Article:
Virginia ‘Ginni’ Rometty has been appointed the first female president and chief executive officer of IBM.
She was also elected a member of the board of directors, effective at that time. Rometty is currently IBM senior vice president and group executive for sales, marketing and strategy and will succeed Samuel Palmisano, who currently is IBM chairman, president and chief executive officer in January. Palmisano will remain chairman of the board.
Rometty said: “There is no greater privilege in business than to be asked to lead IBM, especially at this moment. Sam had the courage to transform the company based on his belief that computing technology, our industry, even world economies would shift in historic ways. All of that has come to pass. Today, IBM’s strategies and business model are correct. Our ability to execute and deliver consistent results for clients and shareholders is strong. This is due to Sam’s leadership, his discipline, and his unshakable belief in the ability of IBM and IBMers to lead into the future. Sam taught us, above all, that we must never stop reinventing IBM.”
Chris Parke, CEO, Talking Talent, said: “The news today that technology giant, IBM, will be appointing its first female chief executive, represents yet another positive step for women in business.
“Lord Davies has raised this issue up the agenda, and we are now beginning to see women being appointed into senior positions within FTSE companies.
“It is vital for organisations to recruit female talent, and to promote women to the board. Retention of the best talent means a greater pool of leadership, a more diverse team and a dramatic reduction in costs associated with attrition.
“Clearly, a cultural shift is needed – it’s now a question of watching this space…”
Karen Dobson, director, Robert Half UK, added: “It is fantastic that we are witnessing talented individuals such as Virgina Rometty being promoted to head up a global organisation, however, it is disappointing that this is still viewed as unusual or sensational.
“That talk of a gender divide still has currency in the workplace is extremely disappointing more than 80 years after universal suffrage was achieved. While HR directors believe men do not have an advantage over women in the workplace, there is still not equality on the boards of FTSE 100 companies or in gender pay. Companies should regularly review their succession and remuneration plans to ensure that women are treated fairly and equally, with policies to take into account their family and personal commitments.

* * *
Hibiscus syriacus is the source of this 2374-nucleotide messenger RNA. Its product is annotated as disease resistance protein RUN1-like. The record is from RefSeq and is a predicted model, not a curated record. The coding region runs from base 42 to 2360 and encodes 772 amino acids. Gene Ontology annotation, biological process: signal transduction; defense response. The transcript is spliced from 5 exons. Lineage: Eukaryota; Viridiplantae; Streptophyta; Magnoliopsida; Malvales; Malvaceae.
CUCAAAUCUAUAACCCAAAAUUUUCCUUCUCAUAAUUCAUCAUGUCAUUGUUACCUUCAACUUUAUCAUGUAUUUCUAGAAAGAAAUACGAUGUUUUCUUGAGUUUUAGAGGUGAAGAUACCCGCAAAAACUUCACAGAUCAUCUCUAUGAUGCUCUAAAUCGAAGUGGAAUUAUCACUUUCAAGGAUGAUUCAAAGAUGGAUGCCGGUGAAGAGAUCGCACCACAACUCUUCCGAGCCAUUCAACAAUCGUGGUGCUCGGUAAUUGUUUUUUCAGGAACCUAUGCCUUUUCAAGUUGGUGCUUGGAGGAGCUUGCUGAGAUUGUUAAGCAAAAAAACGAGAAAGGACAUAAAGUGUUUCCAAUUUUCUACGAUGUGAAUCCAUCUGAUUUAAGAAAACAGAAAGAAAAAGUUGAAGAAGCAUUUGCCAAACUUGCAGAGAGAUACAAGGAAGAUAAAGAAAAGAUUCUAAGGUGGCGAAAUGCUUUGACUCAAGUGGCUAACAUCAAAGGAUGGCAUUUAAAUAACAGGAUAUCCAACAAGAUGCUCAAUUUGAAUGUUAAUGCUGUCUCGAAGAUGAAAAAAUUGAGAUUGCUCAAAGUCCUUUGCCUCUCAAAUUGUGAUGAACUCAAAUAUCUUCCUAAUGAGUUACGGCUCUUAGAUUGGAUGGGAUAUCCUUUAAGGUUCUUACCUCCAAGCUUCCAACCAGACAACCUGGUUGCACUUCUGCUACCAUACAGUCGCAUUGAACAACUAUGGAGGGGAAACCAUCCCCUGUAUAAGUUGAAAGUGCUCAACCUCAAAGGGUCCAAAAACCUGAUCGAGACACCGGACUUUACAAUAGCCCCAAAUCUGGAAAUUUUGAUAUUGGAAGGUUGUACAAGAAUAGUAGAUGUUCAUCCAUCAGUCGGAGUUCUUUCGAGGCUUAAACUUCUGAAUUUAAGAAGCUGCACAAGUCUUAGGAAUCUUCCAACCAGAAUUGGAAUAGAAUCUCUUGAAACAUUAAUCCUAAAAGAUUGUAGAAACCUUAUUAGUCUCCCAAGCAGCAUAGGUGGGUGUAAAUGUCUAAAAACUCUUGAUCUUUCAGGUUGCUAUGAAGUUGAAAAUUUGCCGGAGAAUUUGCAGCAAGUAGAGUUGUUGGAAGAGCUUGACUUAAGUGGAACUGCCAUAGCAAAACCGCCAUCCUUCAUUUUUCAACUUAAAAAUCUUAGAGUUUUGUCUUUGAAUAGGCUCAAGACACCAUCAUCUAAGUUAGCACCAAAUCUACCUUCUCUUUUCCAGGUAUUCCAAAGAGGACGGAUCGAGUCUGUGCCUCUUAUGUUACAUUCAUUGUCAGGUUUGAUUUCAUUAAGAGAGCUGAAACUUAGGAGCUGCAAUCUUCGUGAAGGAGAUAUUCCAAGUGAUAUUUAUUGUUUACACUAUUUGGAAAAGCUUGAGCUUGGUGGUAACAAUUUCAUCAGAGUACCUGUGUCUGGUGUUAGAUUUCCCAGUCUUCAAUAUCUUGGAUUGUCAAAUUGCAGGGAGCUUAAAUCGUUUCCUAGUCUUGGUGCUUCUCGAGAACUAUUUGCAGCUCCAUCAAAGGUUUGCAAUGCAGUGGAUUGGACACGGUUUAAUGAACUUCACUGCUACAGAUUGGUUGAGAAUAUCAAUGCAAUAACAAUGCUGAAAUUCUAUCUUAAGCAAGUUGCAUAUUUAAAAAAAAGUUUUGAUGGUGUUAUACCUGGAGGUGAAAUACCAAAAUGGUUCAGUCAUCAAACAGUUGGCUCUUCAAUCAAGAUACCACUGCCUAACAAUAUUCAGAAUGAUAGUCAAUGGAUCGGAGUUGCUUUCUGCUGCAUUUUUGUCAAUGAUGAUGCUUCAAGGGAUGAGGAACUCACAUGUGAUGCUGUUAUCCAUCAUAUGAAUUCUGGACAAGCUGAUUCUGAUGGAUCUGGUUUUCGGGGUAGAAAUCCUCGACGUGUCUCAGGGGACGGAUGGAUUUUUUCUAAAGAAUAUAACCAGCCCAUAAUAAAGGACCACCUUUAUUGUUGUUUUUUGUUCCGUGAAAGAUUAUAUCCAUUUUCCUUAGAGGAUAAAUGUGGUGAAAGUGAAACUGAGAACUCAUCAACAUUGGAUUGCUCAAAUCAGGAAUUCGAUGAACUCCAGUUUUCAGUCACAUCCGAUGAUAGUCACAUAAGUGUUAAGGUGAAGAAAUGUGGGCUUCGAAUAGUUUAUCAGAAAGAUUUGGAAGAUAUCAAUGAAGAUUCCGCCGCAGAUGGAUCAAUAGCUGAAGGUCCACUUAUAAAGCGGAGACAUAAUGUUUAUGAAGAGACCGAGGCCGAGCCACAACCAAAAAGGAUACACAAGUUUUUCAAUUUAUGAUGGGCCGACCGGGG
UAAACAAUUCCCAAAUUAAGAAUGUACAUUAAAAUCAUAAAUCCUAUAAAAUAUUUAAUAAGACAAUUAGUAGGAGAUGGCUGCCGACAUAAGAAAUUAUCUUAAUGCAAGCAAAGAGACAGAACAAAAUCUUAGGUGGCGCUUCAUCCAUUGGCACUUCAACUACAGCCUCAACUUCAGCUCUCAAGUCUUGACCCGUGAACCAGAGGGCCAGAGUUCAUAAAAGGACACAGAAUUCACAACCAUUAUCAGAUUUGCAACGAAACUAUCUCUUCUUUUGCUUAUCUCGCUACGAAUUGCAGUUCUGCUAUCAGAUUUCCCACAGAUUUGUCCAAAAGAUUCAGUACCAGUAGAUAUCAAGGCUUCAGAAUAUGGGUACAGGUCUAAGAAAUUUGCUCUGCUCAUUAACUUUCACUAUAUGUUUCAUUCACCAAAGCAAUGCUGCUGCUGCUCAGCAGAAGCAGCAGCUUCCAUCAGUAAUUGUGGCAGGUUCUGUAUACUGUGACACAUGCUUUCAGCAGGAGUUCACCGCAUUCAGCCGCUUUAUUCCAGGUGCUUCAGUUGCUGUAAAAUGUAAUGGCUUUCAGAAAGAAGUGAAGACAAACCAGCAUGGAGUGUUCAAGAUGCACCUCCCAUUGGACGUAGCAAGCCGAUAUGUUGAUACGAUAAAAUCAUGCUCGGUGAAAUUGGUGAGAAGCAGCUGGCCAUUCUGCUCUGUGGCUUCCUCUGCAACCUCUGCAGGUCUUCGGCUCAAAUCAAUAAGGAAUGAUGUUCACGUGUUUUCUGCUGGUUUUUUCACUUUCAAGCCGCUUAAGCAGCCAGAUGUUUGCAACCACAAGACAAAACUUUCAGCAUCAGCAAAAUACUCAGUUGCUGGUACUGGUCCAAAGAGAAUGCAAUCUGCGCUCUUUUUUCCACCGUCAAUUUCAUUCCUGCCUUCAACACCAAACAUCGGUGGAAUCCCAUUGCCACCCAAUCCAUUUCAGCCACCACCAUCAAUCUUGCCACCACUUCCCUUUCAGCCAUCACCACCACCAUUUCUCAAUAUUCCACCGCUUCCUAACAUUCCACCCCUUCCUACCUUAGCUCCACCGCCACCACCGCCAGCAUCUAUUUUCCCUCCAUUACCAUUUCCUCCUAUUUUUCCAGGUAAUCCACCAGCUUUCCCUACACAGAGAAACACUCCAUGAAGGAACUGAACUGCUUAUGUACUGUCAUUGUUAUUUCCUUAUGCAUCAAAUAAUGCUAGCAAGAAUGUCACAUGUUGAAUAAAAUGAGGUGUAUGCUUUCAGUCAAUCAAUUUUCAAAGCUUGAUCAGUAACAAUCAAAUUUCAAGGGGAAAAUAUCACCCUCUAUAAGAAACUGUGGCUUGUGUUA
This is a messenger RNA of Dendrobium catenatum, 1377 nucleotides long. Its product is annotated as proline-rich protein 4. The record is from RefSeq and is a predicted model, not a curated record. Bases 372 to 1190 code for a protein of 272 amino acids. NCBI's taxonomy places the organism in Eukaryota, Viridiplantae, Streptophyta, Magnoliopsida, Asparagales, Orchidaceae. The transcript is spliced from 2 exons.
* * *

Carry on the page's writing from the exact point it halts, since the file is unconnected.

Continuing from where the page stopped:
“Companies can help break the glass ceiling by carefully managing the talents of strong female candidates early in their careers and implementing diversity programmes specifically tailored to women.”
The news comes as research from Robert Half reveals that the appointment of Rometty as Chief Executive Officer at IBM is not a revolution, but an evolution in the workplace. Three quarters (78%) of UK based HR directors do not believe men have an advantage over women in the workplace. However, while they may believe the barriers to equality have been broken down, we are yet to witness true parity in terms of pay and board representation.
Initiatives based on positive discrimination, or the specific advancement of women in business, are low on the agenda for a majority of UK companies with only 41% of HR directors saying they have, or plan to introduce, programmes specifically tailored for women.
For those who do have policies in place, it is encouraging to see that an overwhelming 93% of respondents believe they are effective in helping women become professionally on par with their male counterparts. This suggests that, in addition to improving a business’ diversity credentials, these policies are a good employer branding opportunity to encourage more women candidates to apply to these roles.
Initiatives companies seek to implement to help women become professionally on par with men in the workplace are predominantly focussed on professional development and higher education opportunities (60%). While just under half (47%) of HR Directors surveyed cited the setting of performance targets as the key to closing gender inequality, while 40% cited the need for a flexible working environment, encompassing factors such as flexitime and telecommuting.
The national study was developed by Robert Half. It was conducted by an independent research firm and is based on more than 180 telephone interviews with HR Directors from a random sample of UK companies. For the study to be statistically representative and ensure that companies from all segments were represented, the sample was stratified by geographic region and number of employees.
27 Oct 2011